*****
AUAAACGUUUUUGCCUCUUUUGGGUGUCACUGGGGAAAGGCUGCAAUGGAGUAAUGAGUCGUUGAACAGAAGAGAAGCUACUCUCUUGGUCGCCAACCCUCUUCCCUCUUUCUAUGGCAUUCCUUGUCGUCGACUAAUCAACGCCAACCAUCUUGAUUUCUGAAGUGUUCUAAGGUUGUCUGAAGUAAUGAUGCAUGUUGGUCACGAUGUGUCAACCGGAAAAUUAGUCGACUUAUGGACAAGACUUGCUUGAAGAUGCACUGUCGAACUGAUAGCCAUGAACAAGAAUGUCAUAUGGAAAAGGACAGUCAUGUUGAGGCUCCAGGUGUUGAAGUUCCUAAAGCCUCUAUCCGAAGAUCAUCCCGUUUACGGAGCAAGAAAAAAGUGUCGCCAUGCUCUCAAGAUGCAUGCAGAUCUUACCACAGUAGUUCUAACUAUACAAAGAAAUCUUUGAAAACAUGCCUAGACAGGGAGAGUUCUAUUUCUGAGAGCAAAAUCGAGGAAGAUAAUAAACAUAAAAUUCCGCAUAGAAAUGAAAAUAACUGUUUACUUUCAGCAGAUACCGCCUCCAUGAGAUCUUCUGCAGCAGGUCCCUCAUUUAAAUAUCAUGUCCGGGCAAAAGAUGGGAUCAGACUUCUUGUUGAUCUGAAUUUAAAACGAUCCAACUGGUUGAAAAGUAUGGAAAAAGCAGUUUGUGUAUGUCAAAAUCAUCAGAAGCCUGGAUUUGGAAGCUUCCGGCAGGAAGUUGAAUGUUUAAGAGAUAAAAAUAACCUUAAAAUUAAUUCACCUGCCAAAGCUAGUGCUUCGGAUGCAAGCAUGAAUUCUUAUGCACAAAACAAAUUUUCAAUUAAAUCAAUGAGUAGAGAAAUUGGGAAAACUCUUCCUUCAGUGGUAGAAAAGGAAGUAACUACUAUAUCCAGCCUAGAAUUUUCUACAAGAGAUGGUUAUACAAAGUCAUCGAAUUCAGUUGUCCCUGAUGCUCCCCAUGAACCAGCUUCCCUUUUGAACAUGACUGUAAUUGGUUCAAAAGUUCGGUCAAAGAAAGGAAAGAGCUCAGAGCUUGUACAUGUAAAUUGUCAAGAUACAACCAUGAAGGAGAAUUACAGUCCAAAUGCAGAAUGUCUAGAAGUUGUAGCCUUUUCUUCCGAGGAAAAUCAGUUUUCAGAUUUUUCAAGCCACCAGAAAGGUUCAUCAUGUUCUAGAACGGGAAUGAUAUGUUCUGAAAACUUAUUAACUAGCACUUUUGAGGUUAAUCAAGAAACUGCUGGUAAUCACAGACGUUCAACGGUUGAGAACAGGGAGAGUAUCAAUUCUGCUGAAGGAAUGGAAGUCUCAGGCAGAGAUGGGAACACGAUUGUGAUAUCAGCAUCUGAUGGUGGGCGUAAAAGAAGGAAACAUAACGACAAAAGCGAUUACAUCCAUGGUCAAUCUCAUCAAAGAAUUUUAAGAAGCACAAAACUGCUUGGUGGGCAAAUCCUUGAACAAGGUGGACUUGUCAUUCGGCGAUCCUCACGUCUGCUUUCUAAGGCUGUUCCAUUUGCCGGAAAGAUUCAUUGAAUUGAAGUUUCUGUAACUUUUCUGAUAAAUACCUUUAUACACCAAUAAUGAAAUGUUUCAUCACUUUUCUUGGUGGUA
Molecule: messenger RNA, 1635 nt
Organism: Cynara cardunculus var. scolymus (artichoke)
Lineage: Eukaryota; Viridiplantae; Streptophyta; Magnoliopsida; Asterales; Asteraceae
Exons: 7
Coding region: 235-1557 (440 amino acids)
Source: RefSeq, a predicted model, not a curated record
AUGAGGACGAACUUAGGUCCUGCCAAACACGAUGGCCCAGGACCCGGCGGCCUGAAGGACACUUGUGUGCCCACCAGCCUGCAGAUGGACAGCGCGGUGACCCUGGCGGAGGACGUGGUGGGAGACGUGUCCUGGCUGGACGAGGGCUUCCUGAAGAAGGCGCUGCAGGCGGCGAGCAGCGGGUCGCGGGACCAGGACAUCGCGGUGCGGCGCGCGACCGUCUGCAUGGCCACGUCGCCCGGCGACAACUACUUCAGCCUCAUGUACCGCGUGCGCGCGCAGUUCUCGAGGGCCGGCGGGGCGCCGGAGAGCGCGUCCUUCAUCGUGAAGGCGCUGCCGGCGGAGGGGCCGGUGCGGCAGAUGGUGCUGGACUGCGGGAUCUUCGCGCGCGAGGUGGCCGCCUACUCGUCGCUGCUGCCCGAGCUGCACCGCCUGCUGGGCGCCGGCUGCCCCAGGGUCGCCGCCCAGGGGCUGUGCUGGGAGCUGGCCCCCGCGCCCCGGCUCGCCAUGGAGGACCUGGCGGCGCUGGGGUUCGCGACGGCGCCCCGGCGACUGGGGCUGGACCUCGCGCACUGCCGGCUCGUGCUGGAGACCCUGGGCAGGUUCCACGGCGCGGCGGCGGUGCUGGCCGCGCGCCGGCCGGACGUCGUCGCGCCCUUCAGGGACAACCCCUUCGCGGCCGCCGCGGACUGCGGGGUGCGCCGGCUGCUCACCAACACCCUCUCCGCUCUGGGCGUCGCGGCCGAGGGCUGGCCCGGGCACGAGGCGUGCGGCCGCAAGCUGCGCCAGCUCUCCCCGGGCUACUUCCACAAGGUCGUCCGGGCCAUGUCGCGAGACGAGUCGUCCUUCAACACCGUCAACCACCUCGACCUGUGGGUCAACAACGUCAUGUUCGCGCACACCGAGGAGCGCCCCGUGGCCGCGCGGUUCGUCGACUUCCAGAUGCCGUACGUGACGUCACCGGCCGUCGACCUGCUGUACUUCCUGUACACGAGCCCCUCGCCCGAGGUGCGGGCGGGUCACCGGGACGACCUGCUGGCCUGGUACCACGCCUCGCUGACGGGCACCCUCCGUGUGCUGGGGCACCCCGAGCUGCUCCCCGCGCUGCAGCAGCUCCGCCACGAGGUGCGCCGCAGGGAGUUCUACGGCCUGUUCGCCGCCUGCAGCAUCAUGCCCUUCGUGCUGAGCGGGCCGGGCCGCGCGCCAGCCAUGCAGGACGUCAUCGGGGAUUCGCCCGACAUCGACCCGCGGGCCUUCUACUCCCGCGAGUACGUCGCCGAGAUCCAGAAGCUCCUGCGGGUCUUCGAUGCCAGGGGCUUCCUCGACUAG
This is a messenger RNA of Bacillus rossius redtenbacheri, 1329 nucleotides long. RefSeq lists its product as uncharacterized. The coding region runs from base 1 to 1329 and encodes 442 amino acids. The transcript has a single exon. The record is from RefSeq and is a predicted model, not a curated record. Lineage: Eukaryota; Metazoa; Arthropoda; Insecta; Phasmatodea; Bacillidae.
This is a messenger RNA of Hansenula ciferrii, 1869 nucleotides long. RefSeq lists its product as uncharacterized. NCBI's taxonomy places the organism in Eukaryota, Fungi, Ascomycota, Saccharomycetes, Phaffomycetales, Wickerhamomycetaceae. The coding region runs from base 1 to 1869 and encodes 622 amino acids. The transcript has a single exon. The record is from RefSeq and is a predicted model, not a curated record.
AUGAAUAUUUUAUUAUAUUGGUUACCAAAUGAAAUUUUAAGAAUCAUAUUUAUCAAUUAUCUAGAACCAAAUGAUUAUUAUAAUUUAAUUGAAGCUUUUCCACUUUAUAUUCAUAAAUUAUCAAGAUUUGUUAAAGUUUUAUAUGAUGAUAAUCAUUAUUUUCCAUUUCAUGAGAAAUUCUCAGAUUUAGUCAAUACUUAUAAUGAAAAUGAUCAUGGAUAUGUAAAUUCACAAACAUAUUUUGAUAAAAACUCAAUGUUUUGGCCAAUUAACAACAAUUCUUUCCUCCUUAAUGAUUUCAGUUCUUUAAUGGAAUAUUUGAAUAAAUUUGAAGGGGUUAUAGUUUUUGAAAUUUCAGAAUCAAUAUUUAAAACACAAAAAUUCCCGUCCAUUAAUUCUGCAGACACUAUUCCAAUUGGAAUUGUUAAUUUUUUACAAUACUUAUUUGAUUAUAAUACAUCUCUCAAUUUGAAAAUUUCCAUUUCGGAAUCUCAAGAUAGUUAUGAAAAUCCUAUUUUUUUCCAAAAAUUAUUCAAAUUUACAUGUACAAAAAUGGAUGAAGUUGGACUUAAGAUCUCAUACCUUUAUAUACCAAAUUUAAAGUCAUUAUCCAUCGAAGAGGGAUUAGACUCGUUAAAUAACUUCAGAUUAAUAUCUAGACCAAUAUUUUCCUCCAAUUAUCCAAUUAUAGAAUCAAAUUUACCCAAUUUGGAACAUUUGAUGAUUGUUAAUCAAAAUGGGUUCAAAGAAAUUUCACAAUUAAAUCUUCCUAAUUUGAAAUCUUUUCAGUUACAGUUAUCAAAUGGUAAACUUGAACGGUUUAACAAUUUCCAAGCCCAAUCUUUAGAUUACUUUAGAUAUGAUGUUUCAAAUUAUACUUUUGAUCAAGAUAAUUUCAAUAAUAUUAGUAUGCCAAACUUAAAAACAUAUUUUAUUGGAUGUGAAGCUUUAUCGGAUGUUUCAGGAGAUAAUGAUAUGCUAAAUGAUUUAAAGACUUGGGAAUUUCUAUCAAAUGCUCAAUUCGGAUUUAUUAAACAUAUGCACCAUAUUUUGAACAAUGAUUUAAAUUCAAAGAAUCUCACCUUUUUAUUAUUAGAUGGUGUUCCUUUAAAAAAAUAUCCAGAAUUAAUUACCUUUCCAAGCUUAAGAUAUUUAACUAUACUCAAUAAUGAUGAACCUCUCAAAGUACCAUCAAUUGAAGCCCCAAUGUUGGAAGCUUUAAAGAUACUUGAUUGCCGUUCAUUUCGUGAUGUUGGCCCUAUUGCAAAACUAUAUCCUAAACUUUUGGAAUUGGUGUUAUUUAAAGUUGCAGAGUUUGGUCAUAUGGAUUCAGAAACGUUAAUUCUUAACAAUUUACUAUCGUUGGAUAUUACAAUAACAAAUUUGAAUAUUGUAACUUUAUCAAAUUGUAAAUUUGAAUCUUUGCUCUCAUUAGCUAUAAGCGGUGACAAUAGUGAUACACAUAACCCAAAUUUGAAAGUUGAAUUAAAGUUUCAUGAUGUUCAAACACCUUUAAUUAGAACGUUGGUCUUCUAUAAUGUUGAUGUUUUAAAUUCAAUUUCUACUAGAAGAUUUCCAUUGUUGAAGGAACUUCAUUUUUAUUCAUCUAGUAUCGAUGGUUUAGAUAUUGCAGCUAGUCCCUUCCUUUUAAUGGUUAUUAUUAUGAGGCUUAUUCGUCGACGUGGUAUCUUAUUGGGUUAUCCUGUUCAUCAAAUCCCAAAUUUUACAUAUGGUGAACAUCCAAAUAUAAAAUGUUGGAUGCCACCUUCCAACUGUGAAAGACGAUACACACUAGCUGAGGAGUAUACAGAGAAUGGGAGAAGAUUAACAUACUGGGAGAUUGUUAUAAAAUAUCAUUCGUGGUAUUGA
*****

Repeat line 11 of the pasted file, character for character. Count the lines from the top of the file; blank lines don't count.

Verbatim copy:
AUGAAUAUUUUAUUAUAUUGGUUACCAAAUGAAAUUUUAAGAAUCAUAUUUAUCAAUUAUCUAGAACCAAAUGAUUAUUAUAAUUUAAUUGAAGCUUUUCCACUUUAUAUUCAUAAAUUAUCAAGAUUUGUUAAAGUUUUAUAUGAUGAUAAUCAUUAUUUUCCAUUUCAUGAGAAAUUCUCAGAUUUAGUCAAUACUUAUAAUGAAAAUGAUCAUGGAUAUGUAAAUUCACAAACAUAUUUUGAUAAAAACUCAAUGUUUUGGCCAAUUAACAACAAUUCUUUCCUCCUUAAUGAUUUCAGUUCUUUAAUGGAAUAUUUGAAUAAAUUUGAAGGGGUUAUAGUUUUUGAAAUUUCAGAAUCAAUAUUUAAAACACAAAAAUUCCCGUCCAUUAAUUCUGCAGACACUAUUCCAAUUGGAAUUGUUAAUUUUUUACAAUACUUAUUUGAUUAUAAUACAUCUCUCAAUUUGAAAAUUUCCAUUUCGGAAUCUCAAGAUAGUUAUGAAAAUCCUAUUUUUUUCCAAAAAUUAUUCAAAUUUACAUGUACAAAAAUGGAUGAAGUUGGACUUAAGAUCUCAUACCUUUAUAUACCAAAUUUAAAGUCAUUAUCCAUCGAAGAGGGAUUAGACUCGUUAAAUAACUUCAGAUUAAUAUCUAGACCAAUAUUUUCCUCCAAUUAUCCAAUUAUAGAAUCAAAUUUACCCAAUUUGGAACAUUUGAUGAUUGUUAAUCAAAAUGGGUUCAAAGAAAUUUCACAAUUAAAUCUUCCUAAUUUGAAAUCUUUUCAGUUACAGUUAUCAAAUGGUAAACUUGAACGGUUUAACAAUUUCCAAGCCCAAUCUUUAGAUUACUUUAGAUAUGAUGUUUCAAAUUAUACUUUUGAUCAAGAUAAUUUCAAUAAUAUUAGUAUGCCAAACUUAAAAACAUAUUUUAUUGGAUGUGAAGCUUUAUCGGAUGUUUCAGGAGAUAAUGAUAUGCUAAAUGAUUUAAAGACUUGGGAAUUUCUAUCAAAUGCUCAAUUCGGAUUUAUUAAACAUAUGCACCAUAUUUUGAACAAUGAUUUAAAUUCAAAGAAUCUCACCUUUUUAUUAUUAGAUGGUGUUCCUUUAAAAAAAUAUCCAGAAUUAAUUACCUUUCCAAGCUUAAGAUAUUUAACUAUACUCAAUAAUGAUGAACCUCUCAAAGUACCAUCAAUUGAAGCCCCAAUGUUGGAAGCUUUAAAGAUACUUGAUUGCCGUUCAUUUCGUGAUGUUGGCCCUAUUGCAAAACUAUAUCCUAAACUUUUGGAAUUGGUGUUAUUUAAAGUUGCAGAGUUUGGUCAUAUGGAUUCAGAAACGUUAAUUCUUAACAAUUUACUAUCGUUGGAUAUUACAAUAACAAAUUUGAAUAUUGUAACUUUAUCAAAUUGUAAAUUUGAAUCUUUGCUCUCAUUAGCUAUAAGCGGUGACAAUAGUGAUACACAUAACCCAAAUUUGAAAGUUGAAUUAAAGUUUCAUGAUGUUCAAACACCUUUAAUUAGAACGUUGGUCUUCUAUAAUGUUGAUGUUUUAAAUUCAAUUUCUACUAGAAGAUUUCCAUUGUUGAAGGAACUUCAUUUUUAUUCAUCUAGUAUCGAUGGUUUAGAUAUUGCAGCUAGUCCCUUCCUUUUAAUGGUUAUUAUUAUGAGGCUUAUUCGUCGACGUGGUAUCUUAUUGGGUUAUCCUGUUCAUCAAAUCCCAAAUUUUACAUAUGGUGAACAUCCAAAUAUAAAAUGUUGGAUGCCACCUUCCAACUGUGAAAGACGAUACACACUAGCUGAGGAGUAUACAGAGAAUGGGAGAAGAUUAACAUACUGGGAGAUUGUUAUAAAAUAUCAUUCGUGGUAUUGA